Oh yes, my friend, it is possible to fail in art. In my opinion, you have to work pretty darn hard at failing too. Every subject has its unique attributes but art, my friend, still has a discipline to it. The image of the artist waiting for inspiration in front of a blank canvas is not how art or the art classroom works. We have curricula, textbooks, state and national standards, and a myriad of assessment methods. Gosh, that sounds pretty academic, right? If that doesn’t sound creative to you, I assure you it is. Artist Chuck Close said it well, “Inspiration is for amateurs. The rest of us just show up and get to work. If you wait around for the clouds to part and a bolt of lightning to strike you in the brain, you are not going to make an awful lot of work. All the best ideas come out of the process; they come out of the work itself.”

Failure can take many forms. There is a student who fails a year, a quarter, or a project. But there are other forms of failing. Some students who excel at most academic subjects may struggle with art making and feel like they fail (by their own standards or the standards of parents) when they don’t get an A. Failure for some students means they are frustrated with a project and want to give up. For others, failure is simply not feeling confident. We all want the feeling of a subject being easy but the truth is we learn when things become challenging.

What does failure in the 5-12 grade art look like? It may look like a student who has difficulty with organization. The student often loses artwork, forgets to finish an incomplete project, and fails to do homework. The student may bring an artwork home to work on and lose it or does not take care of it in the journey and it never returns to be graded. Failure may look like a child who has a difficult time with the physical studio structure. Students often share space and supplies. There is often more socializing during art and that can be a distraction. I have seen students paint on another student’s art or even body. They may not be responsible when they move about the classroom and interact with others. Autonomy and responsibility with materials and space are age-appropriate skills to expect but can still be developing or be unmotivated to display. Failure can often look like hostility and refusal to work. It’s sad when it happens, but I have had students who refuse to participate in class.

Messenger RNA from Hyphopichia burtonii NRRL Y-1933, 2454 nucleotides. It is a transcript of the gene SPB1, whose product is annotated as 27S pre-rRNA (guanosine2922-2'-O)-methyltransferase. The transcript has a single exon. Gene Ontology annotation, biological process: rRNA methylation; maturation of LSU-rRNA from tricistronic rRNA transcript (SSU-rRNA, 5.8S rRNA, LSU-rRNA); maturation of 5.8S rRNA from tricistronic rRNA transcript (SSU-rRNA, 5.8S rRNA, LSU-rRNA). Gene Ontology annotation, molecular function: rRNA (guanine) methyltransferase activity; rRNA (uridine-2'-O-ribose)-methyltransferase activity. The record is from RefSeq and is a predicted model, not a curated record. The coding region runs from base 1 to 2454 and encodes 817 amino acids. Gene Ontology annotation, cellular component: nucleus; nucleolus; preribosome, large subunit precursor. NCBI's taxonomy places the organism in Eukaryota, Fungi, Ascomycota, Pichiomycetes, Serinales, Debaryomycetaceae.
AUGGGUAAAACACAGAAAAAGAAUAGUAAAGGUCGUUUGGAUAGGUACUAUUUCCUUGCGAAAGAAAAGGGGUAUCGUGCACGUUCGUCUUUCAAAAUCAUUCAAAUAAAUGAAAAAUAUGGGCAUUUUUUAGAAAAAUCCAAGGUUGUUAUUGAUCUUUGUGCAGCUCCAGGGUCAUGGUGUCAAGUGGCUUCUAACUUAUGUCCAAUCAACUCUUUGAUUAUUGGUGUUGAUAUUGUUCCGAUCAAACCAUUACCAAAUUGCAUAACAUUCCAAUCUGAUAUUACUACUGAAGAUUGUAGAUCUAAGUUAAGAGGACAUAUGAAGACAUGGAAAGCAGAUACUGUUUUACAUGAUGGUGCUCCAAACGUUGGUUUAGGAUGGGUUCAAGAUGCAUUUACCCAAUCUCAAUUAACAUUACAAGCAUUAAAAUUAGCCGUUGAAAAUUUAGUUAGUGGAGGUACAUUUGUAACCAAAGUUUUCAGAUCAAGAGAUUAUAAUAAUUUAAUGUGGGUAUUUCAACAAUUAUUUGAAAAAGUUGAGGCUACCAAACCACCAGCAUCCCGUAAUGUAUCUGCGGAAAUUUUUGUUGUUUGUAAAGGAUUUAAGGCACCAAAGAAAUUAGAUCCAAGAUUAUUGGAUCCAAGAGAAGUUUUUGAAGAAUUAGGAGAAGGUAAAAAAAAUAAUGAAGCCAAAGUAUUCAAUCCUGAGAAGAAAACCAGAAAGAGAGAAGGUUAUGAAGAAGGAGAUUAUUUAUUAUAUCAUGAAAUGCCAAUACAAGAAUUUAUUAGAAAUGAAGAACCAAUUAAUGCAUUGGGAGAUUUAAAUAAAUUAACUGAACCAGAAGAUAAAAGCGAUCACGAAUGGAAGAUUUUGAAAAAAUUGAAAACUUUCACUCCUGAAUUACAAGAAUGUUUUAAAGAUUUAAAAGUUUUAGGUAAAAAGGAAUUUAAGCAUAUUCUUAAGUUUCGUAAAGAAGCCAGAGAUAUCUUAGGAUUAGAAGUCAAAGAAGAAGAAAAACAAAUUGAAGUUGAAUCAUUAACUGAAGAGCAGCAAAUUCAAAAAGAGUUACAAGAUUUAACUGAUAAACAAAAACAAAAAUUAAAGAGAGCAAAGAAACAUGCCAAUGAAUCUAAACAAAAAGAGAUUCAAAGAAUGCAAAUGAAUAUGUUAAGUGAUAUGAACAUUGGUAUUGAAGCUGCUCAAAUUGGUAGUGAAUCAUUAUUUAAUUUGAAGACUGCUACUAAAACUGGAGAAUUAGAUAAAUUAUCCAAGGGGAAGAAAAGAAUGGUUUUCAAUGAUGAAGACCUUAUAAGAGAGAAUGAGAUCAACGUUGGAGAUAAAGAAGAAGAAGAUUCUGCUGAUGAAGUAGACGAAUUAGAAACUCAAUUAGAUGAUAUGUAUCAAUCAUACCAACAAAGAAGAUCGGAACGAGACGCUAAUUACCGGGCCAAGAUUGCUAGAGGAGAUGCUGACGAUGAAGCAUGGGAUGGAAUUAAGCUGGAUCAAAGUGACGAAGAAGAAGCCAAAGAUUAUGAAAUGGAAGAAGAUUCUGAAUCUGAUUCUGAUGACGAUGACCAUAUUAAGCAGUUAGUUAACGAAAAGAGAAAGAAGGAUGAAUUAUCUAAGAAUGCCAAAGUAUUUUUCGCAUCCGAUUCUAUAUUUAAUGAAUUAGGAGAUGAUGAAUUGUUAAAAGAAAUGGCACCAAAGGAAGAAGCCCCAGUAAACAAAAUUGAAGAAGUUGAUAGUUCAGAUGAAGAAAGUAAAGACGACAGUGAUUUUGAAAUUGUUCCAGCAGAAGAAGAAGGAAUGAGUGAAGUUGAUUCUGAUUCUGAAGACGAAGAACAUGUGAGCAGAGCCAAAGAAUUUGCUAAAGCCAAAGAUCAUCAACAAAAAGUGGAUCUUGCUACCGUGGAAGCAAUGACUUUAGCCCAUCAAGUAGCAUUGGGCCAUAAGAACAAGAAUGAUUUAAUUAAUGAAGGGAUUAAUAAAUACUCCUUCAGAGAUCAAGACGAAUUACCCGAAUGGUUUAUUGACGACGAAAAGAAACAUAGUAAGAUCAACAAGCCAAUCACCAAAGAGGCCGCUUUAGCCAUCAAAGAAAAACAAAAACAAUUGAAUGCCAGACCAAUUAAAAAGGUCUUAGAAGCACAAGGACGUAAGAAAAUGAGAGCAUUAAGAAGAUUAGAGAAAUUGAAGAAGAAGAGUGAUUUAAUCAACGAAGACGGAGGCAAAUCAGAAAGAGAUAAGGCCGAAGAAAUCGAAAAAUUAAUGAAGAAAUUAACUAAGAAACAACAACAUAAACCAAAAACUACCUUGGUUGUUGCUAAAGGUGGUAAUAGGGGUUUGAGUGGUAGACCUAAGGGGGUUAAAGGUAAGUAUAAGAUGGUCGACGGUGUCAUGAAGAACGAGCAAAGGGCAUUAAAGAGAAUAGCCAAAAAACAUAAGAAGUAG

Many parents and students don’t see work ethic as a skill that can be evaluated but Sateja Joshi makes a strong case in her paper Assessment of Work Ethic – Possible and Necessary. In Joshi’s study, students were measured for handing in assignments, preparedness, responsibility, and attitude. In art, I know I evaluate students in timely completion of assignments, preparation for assignments, class participation, and studio skills (cleaning up after themselves, maintaining their workspace, handling equipment properly and safely, etc.) in addition to the aesthetic issues. I always have high buy-in from parents on curriculum night when I mention that the same child who may need to be reminded of house chores doesn’t need to be reminded to clean their workspace when it impacts their grade.